One of the women at a Charlottetown pro-life rally Thursday says she regrets her decision to have an abortion 40 years ago.
Angelina Steenstra, the national co-ordinator for the Silent No More Awareness Campaign, was one of close to 100 people at a rally in front of the P.E.I. legislature where the fall sitting was about to get underway.
“I was very young, 15 years old. My first pregnancy was the result of a rape and I was offered abortion as a solution,’’ Steenstra told The Guardian in an interview. “I had no idea saying yes would leave the kind of scars that it’s had . . . and that was over 40 years ago.’’
Steenstra, who is from Oshawa, Ont., came to Charlottetown for the rally to lend her voice.
“The option is not after the child is conceived. The option is before the child is conceived. I was your classic example of why abortion was legalized in Canada, because of rape and incest. Even though that child was conceived in rape, that child was still half mine.’’
- Read more special articles:
- LATEST UPDATE: Abortions to be available in P.E.I.
- Abortion, A right for whom?
- Pro choice, pro life groups seek notice on International Women's Day
- Judicial review sought on P.E.I. abortion policy
The rally was organized by the Campaign Life Coalition Youth.
“We’re here today to send a loud and clear message to the provincial legislature that we want to keep the Island abortion-free,’’ said Alissa Golob, executive director for the coalition.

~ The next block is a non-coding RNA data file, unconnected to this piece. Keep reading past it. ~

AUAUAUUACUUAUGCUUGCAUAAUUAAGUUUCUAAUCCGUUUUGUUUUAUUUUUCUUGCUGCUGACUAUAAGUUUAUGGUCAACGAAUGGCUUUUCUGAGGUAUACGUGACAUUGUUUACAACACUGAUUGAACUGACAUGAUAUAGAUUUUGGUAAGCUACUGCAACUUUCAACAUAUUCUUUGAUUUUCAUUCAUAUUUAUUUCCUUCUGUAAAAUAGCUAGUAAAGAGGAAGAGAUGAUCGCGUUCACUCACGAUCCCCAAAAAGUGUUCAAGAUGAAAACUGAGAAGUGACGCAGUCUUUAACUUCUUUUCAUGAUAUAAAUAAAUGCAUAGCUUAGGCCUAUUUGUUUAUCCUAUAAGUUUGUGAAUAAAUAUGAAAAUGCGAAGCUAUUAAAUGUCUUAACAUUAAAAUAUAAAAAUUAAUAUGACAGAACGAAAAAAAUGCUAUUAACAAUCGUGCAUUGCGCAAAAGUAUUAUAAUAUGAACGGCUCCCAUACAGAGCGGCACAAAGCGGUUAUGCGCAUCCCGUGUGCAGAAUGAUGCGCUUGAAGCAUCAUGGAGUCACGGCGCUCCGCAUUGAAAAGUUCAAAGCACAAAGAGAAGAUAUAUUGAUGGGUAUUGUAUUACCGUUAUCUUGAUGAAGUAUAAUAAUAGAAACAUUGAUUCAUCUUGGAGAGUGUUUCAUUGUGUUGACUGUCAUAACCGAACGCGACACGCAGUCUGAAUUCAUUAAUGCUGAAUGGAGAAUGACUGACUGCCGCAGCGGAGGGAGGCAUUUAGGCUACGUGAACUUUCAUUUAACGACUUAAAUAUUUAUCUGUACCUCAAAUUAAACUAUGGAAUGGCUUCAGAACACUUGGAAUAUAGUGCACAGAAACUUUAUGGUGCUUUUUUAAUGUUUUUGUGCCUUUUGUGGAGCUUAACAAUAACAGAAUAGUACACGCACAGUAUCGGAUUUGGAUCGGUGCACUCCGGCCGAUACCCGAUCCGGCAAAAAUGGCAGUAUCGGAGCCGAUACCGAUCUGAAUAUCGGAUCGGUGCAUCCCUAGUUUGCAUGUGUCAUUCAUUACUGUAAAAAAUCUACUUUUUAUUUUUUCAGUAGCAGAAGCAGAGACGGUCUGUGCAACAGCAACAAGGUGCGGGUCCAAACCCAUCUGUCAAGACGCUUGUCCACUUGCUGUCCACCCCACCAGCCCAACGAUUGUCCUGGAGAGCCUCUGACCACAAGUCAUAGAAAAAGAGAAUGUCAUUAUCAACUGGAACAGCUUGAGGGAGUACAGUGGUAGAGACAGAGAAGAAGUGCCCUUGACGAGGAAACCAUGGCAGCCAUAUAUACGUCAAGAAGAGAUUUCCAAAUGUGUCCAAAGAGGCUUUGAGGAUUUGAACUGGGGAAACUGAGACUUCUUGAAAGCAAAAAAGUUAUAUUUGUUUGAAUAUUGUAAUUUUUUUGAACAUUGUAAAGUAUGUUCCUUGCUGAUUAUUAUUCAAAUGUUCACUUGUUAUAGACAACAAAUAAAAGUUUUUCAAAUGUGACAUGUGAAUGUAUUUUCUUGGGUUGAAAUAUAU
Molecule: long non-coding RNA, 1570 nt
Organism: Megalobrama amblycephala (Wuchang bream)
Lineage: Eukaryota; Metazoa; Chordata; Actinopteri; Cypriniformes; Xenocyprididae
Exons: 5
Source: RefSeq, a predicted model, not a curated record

Prince Edward Island remains the only province that does not offer abortion services within the province. Government does pay for the service, but only if done in a hospital. Private clinic abortions are not covered.
Golob says Islanders shouldn’t be forced to pay for the procedure whether it’s done here or not.
“We’re being forced to pay for a procedure that fundamentally violates our freedom and conscience.’’
The group presented Opposition MLA James Aylward with a petition that had more than 3,000 signatures on it. Aylward tabled it in the legislature. He also thanked those gathered for their hard work and dedication.
Sarah MacDonald, provincial co-ordinator with the youth coalition, said government should take the money it spends to pay for the service and invest it in other areas of the health care system.
One person was there in an attempt to disrupt the rally trying to drown out those giving speeches by booing.
Nova Arsenault said he is a member of a communist group that calls itself the Revolutionary Student Movement at UPEI.
“They just want to fight to keep the service that P.E.I. doesn’t have off of P.E.I. and it's really quite disgusting,’’ said Arsenault.